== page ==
Fall 2022 Course Descriptions 


Duke Divinity has a diverse selection of courses available.
Below are the courses designed into the DITA Certificate for this term.




XTIANTHE 773 “Introduction to Theology and the Arts” – Daniel Train

This course aims to provide an introduction to the ways in which theology can enrich and be enriched by the arts. Covering a wide range -including literature, painting, film, music and drama -it seeks to show how central theological doctrines can transform the way we perceive and make art, and how the arts in turn can deepen our understanding of some of the central tenets of the Christian faith.





This course explores the theological virtue of Charity through two medieval versions and a version composed in the Reformation . Our versions are given to us by Thomas Aquinas, William Langland, and John Milton. The course consider both the forms this virtue takes, and the specific impediments each writer considers and explores Charity as a form of life in specific communities (church, polity, society) with their own impediments to the virtue, their own habitual sins. The course involves close engagement with primary texts across genres and is an exercise in diachronic thinking about Christian tradition.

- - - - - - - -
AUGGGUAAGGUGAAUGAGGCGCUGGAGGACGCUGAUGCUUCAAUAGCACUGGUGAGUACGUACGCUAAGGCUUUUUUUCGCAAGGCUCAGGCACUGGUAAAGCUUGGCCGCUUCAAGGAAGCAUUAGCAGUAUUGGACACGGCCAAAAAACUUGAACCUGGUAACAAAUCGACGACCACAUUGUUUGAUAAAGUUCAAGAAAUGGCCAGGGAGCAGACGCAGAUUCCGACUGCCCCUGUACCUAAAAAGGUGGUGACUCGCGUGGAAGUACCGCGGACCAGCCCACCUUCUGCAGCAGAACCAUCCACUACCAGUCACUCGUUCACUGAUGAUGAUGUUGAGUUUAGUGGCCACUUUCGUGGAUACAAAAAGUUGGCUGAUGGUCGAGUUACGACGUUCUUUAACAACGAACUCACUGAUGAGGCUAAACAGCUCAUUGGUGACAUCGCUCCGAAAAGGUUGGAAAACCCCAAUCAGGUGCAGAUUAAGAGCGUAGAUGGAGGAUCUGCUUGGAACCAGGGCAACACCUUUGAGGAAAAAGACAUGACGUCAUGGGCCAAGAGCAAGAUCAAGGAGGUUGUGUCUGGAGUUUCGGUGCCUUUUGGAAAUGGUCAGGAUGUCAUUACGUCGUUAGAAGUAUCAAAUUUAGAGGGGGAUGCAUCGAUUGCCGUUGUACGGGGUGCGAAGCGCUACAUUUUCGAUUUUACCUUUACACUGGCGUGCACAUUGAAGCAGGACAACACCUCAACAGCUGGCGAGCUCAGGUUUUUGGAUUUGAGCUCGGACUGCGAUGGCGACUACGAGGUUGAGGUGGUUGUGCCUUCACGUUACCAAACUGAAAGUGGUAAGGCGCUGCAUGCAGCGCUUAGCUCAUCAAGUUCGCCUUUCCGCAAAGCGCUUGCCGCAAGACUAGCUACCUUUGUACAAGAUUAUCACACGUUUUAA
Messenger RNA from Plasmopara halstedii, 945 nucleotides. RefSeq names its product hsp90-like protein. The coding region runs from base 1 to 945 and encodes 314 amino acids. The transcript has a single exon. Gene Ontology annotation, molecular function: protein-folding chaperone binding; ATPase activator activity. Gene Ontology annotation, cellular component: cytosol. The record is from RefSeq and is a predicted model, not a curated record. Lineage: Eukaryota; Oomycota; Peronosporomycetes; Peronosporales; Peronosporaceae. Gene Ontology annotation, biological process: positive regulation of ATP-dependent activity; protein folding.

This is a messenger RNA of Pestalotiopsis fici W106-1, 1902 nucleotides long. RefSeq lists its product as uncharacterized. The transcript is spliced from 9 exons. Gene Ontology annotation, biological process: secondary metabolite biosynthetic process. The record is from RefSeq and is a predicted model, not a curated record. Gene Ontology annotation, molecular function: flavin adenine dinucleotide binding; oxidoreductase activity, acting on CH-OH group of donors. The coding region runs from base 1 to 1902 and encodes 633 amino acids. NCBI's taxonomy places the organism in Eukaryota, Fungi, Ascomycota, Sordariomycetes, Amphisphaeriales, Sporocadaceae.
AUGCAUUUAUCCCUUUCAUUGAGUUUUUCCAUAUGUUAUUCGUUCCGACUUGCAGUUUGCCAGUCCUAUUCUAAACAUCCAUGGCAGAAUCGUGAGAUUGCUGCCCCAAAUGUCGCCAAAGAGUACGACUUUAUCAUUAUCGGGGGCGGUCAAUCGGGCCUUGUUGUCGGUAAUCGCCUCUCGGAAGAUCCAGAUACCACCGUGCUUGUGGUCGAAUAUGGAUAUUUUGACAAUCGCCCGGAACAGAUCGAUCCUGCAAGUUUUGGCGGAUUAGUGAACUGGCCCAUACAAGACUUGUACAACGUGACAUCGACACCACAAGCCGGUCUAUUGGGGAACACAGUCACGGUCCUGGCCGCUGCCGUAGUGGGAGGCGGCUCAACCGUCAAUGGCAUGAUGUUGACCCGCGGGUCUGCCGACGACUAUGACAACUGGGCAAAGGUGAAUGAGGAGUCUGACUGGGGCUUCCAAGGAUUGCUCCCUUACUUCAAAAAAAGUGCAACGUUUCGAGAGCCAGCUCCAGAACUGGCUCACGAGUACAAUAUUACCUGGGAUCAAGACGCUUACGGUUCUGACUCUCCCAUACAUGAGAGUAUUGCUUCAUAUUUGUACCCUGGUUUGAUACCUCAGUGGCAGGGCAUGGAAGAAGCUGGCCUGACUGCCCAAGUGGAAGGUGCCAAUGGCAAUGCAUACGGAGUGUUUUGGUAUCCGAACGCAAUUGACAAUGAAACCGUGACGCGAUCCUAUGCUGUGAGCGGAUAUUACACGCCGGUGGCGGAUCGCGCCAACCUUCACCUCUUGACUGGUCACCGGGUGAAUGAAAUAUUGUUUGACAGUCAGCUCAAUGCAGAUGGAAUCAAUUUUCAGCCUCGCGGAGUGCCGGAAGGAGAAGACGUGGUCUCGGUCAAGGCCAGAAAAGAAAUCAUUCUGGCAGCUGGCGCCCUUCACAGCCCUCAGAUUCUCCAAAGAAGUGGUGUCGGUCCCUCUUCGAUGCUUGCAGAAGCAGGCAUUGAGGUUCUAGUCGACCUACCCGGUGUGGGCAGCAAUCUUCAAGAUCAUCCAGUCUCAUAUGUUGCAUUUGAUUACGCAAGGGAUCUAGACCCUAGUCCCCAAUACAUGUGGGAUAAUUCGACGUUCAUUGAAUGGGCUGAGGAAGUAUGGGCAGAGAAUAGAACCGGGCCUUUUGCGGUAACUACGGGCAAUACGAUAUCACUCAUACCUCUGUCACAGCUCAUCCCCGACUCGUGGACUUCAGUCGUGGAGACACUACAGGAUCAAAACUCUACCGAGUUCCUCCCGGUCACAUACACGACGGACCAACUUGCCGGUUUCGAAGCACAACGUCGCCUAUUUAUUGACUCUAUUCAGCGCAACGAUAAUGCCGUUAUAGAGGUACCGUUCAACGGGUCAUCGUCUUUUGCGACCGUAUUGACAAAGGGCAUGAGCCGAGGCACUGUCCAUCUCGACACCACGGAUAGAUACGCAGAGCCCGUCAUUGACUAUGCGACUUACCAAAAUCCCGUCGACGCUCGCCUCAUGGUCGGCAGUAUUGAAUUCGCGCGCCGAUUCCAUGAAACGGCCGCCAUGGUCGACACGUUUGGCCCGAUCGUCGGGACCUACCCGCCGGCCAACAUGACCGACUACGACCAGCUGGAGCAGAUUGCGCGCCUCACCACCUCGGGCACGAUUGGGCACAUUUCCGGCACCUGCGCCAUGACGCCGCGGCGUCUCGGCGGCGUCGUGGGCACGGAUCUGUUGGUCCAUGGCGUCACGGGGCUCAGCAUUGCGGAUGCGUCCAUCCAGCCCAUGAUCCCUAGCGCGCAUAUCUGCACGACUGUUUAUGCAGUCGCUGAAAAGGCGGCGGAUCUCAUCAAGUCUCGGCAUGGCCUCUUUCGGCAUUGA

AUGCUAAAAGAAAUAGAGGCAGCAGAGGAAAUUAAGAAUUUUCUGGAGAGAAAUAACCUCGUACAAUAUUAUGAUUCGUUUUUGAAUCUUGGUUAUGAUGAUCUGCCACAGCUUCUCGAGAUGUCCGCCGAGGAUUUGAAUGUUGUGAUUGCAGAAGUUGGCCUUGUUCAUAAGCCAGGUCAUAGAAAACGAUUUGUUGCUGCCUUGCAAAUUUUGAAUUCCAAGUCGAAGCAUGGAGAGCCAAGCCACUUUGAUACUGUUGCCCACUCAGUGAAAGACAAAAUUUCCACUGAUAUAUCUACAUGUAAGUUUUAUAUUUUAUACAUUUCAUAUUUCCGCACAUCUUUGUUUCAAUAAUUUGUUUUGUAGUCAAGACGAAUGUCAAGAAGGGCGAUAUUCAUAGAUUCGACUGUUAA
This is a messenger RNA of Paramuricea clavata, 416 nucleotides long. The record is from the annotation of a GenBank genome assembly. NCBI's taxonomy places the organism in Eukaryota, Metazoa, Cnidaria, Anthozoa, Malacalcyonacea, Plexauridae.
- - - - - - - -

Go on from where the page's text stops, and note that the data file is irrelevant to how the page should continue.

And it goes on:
This two-semester sequence explores the relationship between poetry and theology from 1850 to 2000. Readings will explore works of lyric poetry (by G. M. Hopkins, Paul Claudel, R. M. Rilke, T. S. Eliot, Czeslaw Milosz, and Geoffrey Hill) in relation to issues in theological aesthetics, philosophical theology, and philosophy either contemporary to the authors or as part of their intellectual and spiritual inheritance and formation. PART I explores the poetry of Hopkins, Claudel and Rilke against their respective theological and intellectual background.


XTIANTHE 810 “Soren Kierkegaard” – Amy Laura Hall

Without prior knowledge of Kierkegaard or philosophy, this course offers engagement with primary texts drawn from the following works of Søren Kierkegaard: Fear and Trembling, Repetition, Either/Or, Stages on Life’s Way, Philosophical Fragments, and Works of Love.


XTIANTHE 890.02 “Visual Art as Theology” – Jonathan Anderson

This is a course in visual theology, exploring the history of Christian art as a domain of Christian theological thinking through the centuries. Our approach will be to study works of visual art not as illustrating or translating theological texts into visual form but as theological “texts” in their own right— as theology conducted specifically in visual and spatial modes of thinking, amidst and alongside written and verbal theologies. The aim of this course is to learn how to “read” this kind of theology well, in partnership with our reading of other theological texts and commentaries, exploring and experimenting with how visual theology works as theology and how it might contribute to other modes and domains of theological study.